Hey nonny ding dong, alang alang alang / Boom ba-doh, ba-doo ba-doodle-ay!
The Alliance Theatre's a cappella musical Avenue X affirms that doo-wop music can be as catchy as it is corny. The sight of scatting white guys swaying in unison may induce unwelcome flashbacks to "Uptown Girl"-era Billy Joel – until you catch yourself snapping your fingers and tapping your feet in time.
By staging a musician-free musical, the Alliance Theatre might launch an a cappella resurgence, assuming one hasn't started already. Horizon Theatre's Black Pearl Sings, opening in March, showcases the African tradition of a cappella music. Whether through Avenue X's old-school doo-wop and R&B tunes, or through more contemporary variations, the a cappella musical style seems perfectly in tune for our times, especially in live theater.
The financial advantages are obvious. In a lean economy, musicals with huge casts become prohibitively expensive, but imagine the savings when the cast is the band. In 2004, the Alliance's Susan V. Booth directed a pared-down My Fair Lady with two pianos and a cast of about 10. Avenue X, which features no musicians and a cast of eight, carries the less-is-more aesthetic even further.
Plus, a cappella performance brings its own kind of drama. A unique energy and excitement accompanies singers unsupported by backing musicians, as if they're performing without a net. Arguably, a cappella diminishes the artificiality of the musical format. In Avenue X, it feels more natural when characters break into song at park benches or kitchen tables, since there's no invisible orchestra providing fanfare.
A cappella even fits a cultural landscape dominated by singing contests, particularly "American Idol," each season of which begins with a cappella auditions. NBC even has an a cappella "Idol" imitation called "The Sing-Off," made up of contending teams of crooners who really, really want to be famous. A cappella allows more singers to share the spotlight, without fears of upstaging the rest of the band.
A papa-oom-mow-mow, a papa-oom-mow-mow, doot doot doot!
Nevertheless, Avenue X partially misfires as an opening shot of the a cappella revolution. The Alliance Theatre stages a breezy, entertaining production of derivative material. With book and lyrics by John Jiler and music by Ray Leslee, Avenue X offers a plot that could be called "West Side Story, with two guys." Booth and company clearly recognize such similarities as having a young man on the street serenade his ladylove on a fire escape. Todd Rosenthal's impressive set features a towering framework of fire escapes, some without visible means of support. Nevertheless, Avenue X's familiarity breeds a little contempt over the course of the evening.
The play takes place in a Brooklyn neighborhood where the entrenched Italian residents bristle at the influx of African-Americans. Pasquale (Nick Spangler) preps his amateur doo-wop trio for a big talent contest, but his friend Chuck (Jeremy Cohen) drops out: He's so in love with Pasquale's aloof sister Barbara (Rebecca Blouin) that he can't focus on the songs. While practicing in the sewer – for the acoustics, you understand – Pasquale meets new neighbor Milton (J.D. Goldblatt) and discovers they have similar musical inclinations. Through their gradual partnership, Avenue X playfully demonstrates the differences in singing styles. Pasquale hits a note and moves on, while Milton draws it out soulfully. Pasquale and Milton consider performing together at the contest, even though their duet will challenge racial hostility.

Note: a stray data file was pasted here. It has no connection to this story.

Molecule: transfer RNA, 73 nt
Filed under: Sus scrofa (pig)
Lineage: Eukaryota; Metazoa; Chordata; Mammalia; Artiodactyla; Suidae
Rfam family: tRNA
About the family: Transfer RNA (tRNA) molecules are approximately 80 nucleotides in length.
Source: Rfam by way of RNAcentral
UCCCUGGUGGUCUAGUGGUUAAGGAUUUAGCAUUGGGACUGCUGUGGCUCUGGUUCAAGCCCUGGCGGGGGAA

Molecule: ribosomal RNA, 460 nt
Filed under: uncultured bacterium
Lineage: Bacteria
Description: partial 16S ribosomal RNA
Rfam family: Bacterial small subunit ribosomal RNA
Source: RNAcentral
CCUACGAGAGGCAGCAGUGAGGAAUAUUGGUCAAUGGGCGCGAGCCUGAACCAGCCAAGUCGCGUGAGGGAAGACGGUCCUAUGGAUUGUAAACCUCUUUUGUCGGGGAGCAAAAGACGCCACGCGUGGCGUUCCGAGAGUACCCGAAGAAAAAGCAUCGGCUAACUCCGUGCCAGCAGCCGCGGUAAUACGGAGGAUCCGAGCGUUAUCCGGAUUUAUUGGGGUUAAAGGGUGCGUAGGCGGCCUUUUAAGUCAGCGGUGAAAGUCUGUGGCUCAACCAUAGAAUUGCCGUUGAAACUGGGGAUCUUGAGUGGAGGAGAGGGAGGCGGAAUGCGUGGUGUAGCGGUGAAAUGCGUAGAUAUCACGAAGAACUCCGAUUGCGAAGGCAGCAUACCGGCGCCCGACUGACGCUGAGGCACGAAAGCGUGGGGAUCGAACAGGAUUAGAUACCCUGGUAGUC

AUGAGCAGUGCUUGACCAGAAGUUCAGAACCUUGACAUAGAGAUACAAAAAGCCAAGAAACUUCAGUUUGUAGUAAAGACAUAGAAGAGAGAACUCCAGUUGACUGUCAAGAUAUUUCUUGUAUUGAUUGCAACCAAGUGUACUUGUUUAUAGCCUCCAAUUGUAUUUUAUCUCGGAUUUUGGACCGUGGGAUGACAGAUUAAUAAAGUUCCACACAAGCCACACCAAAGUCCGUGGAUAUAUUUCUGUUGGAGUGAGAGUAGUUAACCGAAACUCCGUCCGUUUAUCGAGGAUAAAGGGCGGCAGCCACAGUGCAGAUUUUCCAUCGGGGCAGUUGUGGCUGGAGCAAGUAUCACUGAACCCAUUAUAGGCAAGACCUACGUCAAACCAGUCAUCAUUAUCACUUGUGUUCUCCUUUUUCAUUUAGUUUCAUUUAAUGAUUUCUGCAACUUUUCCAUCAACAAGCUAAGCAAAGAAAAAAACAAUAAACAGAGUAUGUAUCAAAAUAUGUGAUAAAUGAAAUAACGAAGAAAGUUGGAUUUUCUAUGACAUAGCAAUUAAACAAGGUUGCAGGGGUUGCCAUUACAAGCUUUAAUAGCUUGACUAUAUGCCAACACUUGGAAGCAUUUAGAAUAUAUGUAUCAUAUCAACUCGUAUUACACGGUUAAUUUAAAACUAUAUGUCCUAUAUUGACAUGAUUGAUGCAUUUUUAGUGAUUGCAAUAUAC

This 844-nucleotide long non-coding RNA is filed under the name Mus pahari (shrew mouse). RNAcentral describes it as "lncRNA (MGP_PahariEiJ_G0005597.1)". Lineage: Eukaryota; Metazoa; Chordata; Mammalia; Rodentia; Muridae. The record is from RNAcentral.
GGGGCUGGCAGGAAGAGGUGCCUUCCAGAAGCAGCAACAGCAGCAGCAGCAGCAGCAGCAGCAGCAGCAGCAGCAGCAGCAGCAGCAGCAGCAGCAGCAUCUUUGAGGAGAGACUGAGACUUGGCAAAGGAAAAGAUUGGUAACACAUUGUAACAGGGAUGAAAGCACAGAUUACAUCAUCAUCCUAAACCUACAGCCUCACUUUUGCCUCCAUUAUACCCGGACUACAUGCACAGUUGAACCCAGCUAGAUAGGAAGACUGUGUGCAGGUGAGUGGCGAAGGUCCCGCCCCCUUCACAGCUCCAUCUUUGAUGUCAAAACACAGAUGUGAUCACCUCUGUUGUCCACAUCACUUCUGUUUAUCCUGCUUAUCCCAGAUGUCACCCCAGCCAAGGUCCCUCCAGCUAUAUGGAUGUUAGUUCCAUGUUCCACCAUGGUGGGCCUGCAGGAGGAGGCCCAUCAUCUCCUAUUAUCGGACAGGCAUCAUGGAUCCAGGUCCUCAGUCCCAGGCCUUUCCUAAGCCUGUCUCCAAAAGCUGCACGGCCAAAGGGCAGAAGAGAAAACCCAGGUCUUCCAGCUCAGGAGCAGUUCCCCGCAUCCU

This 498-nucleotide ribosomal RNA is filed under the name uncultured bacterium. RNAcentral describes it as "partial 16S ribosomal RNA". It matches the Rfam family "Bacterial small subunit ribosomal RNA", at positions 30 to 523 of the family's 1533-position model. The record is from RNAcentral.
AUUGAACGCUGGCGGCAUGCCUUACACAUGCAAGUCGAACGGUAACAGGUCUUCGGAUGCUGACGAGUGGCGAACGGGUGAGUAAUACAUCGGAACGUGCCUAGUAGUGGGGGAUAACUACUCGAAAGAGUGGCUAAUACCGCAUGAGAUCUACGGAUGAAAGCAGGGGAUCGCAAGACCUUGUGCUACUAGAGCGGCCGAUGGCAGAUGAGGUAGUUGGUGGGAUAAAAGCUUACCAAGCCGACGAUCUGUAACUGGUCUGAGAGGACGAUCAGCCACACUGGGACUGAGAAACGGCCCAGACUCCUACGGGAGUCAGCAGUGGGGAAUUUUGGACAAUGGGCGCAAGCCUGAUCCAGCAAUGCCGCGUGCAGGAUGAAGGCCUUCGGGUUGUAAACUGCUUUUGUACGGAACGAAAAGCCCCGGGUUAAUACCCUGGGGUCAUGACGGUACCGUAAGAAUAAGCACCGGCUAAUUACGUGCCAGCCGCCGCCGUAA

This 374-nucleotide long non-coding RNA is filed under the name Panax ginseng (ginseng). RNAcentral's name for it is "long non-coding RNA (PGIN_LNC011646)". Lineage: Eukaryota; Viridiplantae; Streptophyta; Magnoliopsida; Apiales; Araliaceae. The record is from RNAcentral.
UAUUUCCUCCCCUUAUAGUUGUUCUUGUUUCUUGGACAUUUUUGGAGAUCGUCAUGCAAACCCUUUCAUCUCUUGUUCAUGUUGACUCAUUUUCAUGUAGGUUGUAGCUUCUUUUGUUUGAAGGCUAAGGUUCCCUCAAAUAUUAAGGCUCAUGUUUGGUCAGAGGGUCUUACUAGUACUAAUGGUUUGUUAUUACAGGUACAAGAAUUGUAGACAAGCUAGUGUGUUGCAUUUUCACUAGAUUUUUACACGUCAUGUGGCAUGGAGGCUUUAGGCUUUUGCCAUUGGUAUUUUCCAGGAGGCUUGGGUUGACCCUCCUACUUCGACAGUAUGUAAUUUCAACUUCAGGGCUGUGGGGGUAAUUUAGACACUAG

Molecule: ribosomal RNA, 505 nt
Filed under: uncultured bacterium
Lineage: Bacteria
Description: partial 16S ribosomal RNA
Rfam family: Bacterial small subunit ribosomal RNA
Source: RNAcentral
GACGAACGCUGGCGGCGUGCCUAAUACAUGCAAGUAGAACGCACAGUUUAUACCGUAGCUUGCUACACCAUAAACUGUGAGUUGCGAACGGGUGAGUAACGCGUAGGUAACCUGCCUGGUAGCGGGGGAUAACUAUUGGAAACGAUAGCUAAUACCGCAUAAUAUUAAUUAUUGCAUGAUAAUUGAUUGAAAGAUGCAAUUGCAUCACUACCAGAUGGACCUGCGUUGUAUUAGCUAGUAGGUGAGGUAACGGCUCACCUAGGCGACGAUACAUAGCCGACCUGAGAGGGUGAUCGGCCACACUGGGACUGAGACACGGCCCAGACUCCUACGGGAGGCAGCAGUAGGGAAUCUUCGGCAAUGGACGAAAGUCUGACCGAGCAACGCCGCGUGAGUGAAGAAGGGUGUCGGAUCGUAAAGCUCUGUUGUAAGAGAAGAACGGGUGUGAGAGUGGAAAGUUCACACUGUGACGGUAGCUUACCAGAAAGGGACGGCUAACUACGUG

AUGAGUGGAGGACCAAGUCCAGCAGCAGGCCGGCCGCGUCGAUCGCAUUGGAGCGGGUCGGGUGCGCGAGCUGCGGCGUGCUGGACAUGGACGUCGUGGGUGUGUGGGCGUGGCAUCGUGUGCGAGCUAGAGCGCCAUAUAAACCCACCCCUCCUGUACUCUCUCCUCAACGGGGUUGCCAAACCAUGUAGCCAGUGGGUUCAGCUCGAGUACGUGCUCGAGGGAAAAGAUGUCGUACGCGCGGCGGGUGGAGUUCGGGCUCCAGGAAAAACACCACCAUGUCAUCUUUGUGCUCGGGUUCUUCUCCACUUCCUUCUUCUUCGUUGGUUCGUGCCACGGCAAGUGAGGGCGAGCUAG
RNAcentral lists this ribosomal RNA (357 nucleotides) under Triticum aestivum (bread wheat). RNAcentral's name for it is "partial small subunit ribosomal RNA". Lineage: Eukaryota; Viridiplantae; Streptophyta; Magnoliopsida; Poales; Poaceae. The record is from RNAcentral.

Milton's bullying stepfather, Roscoe (Lawrence Clayton), opposes Milton's ambitions to sing due to the older man's disappointments as a performer. The show's highlights come when the rival groups confront each other in the street and reluctantly perform each other's tunes. Pasquale's vaguely pervy teeny-bopper tune "She's Fifteen" gives way to Roscoe's earthy, bluesier "Big Lucy." Although the play takes place in 1963, the repertoire expands to include a gospel-inspired number, an Afro-beat tune from Milton's friend Winston (J.D. Webster), and several lovely, operatic Italian ballads. (An a cappella show could even hark further back to Gregorian chants and barbershop quartets, or anticipate the piping pop of Bobby McFerrin a generation later.)
Jiler and Leslee clearly know their musical idioms, and the show's original songs could qualify as B-sides of doo-wop hits like "Stay (Just a Little Bit Longer)." Individually, however, they're not especially memorable and seem elevated by the performers, more than the other way around. While the plot would adequately link famous songs in a jukebox musical like Jersey Boys, it's embrace of clichés reflects a lack of imagination in an all-original show. Lines such as "Every time I look at you, I smell the blood from the pork store!" elicit pity for the performers.
Clay Benning's sound design mostly keeps out of the singers' way, but provides haunting echo effects as well as the suspenseful rumble of an oncoming subway train near the end of the play. The show's most memorable sound effects come from the throat of Steve French, the lanky bass singer who looks a little like an elongated Sam Rockwell and has a voice that makes a foghorn sound like a castrato. Despite the hackneyed plotting, Avenue X showcases a cast of effervescent performers whose harmonizing, like the best a cappella songs, works like an infusion of raw happiness. It's like an antidepressant that you listen to.
Sh-boom, sh-boom! Ya-da-da da-da-da da-da-da da!